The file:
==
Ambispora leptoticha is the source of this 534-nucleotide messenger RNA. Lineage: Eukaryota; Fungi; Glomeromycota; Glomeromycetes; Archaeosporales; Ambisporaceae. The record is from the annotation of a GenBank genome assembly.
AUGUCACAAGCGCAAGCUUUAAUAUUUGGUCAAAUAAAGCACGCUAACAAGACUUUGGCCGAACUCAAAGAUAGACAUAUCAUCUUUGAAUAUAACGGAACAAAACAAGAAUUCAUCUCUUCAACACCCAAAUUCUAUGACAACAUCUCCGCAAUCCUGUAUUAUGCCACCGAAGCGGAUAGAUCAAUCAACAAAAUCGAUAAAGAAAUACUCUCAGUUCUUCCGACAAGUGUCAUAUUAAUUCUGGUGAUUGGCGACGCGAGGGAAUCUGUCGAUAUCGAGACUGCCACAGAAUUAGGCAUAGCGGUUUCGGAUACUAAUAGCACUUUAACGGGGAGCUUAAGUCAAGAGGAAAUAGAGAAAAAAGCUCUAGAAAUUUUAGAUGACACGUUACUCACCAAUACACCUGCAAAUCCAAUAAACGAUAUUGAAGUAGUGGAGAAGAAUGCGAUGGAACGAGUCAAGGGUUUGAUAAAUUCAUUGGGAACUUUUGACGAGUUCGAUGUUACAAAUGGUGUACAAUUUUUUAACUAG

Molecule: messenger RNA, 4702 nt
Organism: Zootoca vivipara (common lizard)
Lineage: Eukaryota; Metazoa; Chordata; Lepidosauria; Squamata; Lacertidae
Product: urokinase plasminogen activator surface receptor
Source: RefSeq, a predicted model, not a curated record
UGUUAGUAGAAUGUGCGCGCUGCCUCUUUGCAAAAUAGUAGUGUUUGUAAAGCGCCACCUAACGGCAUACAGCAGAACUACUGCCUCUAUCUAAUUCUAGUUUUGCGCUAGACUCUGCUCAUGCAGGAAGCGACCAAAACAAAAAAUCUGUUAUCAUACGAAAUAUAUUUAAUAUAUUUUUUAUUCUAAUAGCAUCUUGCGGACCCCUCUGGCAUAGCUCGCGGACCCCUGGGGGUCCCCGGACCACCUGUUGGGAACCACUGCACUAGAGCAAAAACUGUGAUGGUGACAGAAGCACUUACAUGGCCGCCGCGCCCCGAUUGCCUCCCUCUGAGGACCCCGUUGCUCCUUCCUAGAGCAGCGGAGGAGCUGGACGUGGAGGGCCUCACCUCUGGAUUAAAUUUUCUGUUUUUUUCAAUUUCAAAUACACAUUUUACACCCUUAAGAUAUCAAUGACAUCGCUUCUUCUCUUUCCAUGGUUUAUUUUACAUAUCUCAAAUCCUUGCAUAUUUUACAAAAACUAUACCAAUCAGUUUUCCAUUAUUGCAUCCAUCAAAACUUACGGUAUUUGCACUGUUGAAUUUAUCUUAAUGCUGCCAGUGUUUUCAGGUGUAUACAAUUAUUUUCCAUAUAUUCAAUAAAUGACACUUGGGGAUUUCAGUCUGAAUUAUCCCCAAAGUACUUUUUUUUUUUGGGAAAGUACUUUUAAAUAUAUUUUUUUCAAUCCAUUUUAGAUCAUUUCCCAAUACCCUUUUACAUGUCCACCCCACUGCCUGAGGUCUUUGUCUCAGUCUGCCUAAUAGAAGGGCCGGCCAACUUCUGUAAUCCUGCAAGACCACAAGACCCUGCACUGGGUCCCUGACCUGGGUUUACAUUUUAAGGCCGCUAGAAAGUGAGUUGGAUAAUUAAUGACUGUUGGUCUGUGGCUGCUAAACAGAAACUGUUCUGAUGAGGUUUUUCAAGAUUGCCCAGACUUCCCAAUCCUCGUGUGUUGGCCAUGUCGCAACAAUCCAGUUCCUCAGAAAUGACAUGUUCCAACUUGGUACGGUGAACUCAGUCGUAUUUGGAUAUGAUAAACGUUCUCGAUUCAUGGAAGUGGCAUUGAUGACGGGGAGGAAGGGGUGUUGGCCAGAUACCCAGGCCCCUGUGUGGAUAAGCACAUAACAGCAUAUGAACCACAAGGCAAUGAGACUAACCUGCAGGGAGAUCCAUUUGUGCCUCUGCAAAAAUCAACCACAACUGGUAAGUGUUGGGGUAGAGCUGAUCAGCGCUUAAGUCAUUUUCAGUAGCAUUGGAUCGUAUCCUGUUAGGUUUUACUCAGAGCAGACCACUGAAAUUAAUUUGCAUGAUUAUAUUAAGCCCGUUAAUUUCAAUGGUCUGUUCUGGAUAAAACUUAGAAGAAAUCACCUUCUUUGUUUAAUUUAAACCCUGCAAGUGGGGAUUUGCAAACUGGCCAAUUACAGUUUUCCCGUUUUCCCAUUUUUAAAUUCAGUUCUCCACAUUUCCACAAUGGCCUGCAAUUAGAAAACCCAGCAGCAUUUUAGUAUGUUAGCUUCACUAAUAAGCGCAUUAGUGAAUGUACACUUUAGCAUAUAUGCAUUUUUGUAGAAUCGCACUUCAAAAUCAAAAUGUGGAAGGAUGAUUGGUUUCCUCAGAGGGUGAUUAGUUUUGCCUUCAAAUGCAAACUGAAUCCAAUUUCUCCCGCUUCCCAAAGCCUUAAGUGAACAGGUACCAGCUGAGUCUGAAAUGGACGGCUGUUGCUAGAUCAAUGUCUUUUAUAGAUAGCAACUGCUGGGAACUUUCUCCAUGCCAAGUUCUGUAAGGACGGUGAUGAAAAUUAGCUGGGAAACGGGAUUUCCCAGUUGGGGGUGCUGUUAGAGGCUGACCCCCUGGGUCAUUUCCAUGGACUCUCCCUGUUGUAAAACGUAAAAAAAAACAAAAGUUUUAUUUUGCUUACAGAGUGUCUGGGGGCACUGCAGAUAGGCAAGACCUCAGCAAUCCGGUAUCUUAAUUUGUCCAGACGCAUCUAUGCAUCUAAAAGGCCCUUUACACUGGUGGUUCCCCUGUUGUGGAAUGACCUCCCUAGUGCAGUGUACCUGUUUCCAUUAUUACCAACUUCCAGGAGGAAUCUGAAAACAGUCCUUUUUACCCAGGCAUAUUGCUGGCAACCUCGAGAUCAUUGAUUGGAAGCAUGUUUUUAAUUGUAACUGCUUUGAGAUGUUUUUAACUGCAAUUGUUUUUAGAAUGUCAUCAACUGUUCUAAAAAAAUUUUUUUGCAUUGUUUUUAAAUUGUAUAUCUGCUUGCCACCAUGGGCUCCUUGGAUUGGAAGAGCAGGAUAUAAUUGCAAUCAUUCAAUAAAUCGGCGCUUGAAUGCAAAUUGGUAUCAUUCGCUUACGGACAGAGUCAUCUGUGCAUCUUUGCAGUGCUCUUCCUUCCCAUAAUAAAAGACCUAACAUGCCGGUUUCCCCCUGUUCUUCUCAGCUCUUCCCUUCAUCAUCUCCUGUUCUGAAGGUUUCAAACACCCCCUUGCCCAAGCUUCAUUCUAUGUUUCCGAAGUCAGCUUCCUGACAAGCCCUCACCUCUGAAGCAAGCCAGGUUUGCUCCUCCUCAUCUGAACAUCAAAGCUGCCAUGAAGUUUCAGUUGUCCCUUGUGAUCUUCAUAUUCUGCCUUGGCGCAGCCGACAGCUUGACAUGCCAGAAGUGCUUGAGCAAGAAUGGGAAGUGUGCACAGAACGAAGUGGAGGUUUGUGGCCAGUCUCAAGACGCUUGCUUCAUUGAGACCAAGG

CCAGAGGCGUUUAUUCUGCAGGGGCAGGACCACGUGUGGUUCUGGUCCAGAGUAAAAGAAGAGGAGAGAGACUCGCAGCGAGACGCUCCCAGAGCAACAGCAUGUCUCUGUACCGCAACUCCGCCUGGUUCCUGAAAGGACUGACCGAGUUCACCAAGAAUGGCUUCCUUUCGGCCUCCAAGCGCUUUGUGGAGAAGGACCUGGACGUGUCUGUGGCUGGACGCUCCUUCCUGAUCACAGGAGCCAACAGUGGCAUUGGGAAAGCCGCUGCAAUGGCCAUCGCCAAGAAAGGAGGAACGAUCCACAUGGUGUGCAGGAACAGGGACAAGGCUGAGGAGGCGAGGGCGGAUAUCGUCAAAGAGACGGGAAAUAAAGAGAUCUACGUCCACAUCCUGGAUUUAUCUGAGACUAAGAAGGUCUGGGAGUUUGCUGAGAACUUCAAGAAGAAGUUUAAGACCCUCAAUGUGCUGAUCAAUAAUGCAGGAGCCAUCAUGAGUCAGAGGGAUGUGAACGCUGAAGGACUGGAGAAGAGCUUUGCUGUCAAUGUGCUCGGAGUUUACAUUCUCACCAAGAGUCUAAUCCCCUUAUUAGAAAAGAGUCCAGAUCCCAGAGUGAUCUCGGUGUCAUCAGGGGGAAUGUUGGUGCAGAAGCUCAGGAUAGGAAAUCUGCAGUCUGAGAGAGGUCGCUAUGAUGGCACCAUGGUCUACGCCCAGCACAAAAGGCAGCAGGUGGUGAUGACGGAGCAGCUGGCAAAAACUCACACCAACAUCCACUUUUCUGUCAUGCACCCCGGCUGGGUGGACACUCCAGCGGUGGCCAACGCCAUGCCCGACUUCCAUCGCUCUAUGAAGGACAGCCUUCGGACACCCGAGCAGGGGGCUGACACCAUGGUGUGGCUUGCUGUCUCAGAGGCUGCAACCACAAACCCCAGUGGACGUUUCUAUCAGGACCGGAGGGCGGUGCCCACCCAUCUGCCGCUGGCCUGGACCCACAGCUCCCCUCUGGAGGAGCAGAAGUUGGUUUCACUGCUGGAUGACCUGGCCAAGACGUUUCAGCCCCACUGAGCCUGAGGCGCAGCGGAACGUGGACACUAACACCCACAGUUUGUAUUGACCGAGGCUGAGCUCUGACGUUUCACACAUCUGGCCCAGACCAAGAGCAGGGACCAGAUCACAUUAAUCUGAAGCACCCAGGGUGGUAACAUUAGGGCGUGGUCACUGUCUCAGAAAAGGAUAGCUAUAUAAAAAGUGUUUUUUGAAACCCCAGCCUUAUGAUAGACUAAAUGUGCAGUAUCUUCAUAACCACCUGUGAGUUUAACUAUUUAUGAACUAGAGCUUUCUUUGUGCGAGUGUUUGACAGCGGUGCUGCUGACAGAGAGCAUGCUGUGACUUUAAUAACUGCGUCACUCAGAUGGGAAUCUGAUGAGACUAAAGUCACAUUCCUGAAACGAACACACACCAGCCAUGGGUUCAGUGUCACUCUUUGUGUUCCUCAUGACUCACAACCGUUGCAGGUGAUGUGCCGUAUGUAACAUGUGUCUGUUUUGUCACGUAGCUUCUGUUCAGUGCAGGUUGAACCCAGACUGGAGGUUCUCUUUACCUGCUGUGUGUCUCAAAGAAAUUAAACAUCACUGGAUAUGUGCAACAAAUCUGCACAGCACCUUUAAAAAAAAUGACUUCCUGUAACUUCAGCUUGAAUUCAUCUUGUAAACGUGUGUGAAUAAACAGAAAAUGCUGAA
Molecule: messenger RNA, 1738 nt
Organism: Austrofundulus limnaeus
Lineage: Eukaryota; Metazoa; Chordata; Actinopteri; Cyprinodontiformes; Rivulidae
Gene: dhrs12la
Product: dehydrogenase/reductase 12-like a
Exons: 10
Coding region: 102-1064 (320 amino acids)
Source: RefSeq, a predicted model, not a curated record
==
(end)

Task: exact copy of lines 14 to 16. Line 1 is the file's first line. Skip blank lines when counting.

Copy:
Product: dehydrogenase/reductase 12-like a
Exons: 10
Coding region: 102-1064 (320 amino acids)